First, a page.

Recently I was facilitating an executive offsite, and during a break, I was talking with one of the participants about our ability to begin to overlook the flaws in others the more we work with them. It is kind of "well, that's just how he is," or "I've worked with him for a long time, and I've adjusted and learned how to deal with him."
The same has often been said about baseball star Manny Ramirez (pictured). We've all probably read about his recent alleged transgression involving a banned substance (not the subject of this post). Throughout his career, Manny has displayed some bizarre behaviors, all of which have been chalked up to "Manny being Manny."
Well, we do the same thing with people that we are on teams with. We overlook some of their negative behaviors because we have become used to them. It's just "Bob being Bob" or "Jane being Jane." This attitude makes life easier in the short term perhaps, but it is devastating to the team. Here's how to avoid this destructive mindset and the inevitable fallout:
1. Acknowledge it. The more we work around someone, the more comfortable and excusing we become about their behavior. Acknowledge this and vow to work to overcome it.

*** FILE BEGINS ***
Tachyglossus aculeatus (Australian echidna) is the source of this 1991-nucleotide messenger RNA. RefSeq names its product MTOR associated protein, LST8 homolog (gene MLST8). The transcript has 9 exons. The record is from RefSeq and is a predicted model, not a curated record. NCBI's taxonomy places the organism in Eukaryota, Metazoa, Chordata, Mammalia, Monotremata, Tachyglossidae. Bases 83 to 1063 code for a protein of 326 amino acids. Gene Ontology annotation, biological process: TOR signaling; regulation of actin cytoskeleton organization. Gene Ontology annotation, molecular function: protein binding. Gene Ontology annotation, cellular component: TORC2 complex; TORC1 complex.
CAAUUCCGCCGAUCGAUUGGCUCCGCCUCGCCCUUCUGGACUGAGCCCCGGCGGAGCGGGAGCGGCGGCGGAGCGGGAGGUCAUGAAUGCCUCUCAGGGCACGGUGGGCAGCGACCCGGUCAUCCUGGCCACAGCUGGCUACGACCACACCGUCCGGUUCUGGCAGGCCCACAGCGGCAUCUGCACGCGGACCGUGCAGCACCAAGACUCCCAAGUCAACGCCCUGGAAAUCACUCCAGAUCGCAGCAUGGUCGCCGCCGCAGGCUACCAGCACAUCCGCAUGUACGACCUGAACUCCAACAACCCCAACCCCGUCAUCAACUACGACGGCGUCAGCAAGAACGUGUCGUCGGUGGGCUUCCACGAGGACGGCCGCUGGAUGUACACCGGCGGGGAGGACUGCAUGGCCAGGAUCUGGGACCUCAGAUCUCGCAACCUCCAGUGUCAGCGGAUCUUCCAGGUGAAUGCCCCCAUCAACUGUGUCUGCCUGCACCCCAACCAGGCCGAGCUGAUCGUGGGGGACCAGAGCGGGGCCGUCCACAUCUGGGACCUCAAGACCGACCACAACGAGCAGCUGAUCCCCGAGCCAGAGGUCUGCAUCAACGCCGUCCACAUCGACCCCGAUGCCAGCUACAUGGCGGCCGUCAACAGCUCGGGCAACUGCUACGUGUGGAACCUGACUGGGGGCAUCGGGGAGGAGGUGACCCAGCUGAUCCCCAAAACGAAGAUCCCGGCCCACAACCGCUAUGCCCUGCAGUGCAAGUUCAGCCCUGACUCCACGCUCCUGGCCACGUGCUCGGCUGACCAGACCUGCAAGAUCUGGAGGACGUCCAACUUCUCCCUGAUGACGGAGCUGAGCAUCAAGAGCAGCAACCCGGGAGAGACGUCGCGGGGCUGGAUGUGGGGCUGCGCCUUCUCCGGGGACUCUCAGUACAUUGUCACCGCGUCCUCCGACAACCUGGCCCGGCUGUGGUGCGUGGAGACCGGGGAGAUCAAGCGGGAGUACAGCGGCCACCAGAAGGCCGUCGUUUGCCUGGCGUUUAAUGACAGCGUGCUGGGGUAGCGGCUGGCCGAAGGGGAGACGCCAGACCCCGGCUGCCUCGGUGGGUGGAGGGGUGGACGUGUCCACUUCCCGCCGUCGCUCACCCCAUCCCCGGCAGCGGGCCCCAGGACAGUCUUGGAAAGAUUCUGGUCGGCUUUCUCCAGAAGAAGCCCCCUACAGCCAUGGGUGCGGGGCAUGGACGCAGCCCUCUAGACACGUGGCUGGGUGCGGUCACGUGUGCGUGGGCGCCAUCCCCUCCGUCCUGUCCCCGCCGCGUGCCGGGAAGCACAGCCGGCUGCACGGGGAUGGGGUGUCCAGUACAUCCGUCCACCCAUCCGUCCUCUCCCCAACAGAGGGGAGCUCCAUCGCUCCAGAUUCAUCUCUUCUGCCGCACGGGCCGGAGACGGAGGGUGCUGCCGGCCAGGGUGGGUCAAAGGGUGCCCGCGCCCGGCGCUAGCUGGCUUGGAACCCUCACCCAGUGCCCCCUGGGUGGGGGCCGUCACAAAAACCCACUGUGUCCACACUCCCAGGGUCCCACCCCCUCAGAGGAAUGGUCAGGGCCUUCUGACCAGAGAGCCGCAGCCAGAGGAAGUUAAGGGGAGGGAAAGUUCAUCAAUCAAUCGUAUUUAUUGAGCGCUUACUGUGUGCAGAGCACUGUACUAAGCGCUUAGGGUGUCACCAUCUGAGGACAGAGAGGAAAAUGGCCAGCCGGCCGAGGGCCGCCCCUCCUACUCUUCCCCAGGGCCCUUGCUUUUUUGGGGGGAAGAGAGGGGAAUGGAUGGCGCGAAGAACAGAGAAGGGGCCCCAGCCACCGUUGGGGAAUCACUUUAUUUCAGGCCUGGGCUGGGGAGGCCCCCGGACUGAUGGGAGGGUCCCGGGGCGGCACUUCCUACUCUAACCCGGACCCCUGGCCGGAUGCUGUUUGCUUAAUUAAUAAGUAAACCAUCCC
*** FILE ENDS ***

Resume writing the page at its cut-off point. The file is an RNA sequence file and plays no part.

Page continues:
2. Establish that the team will not wait for the team leader or the boss to give feedback, but that feedback will flow in all directions.
3. Set aside time in team meetings to give and receive feedback on behaviors. It's amazing that if you ask teammates to list your strengths and weaknesses, they can accurately describe you. Go around the table and share each person's strong points and also what each can do to make the team healthier. Sounds intimidating, but it's easy once you get started. It's also easier if you use an outside facilitator. What's better is that your team will be stronger.
No more "Manny being Manny." Let's stop excusing and start working together.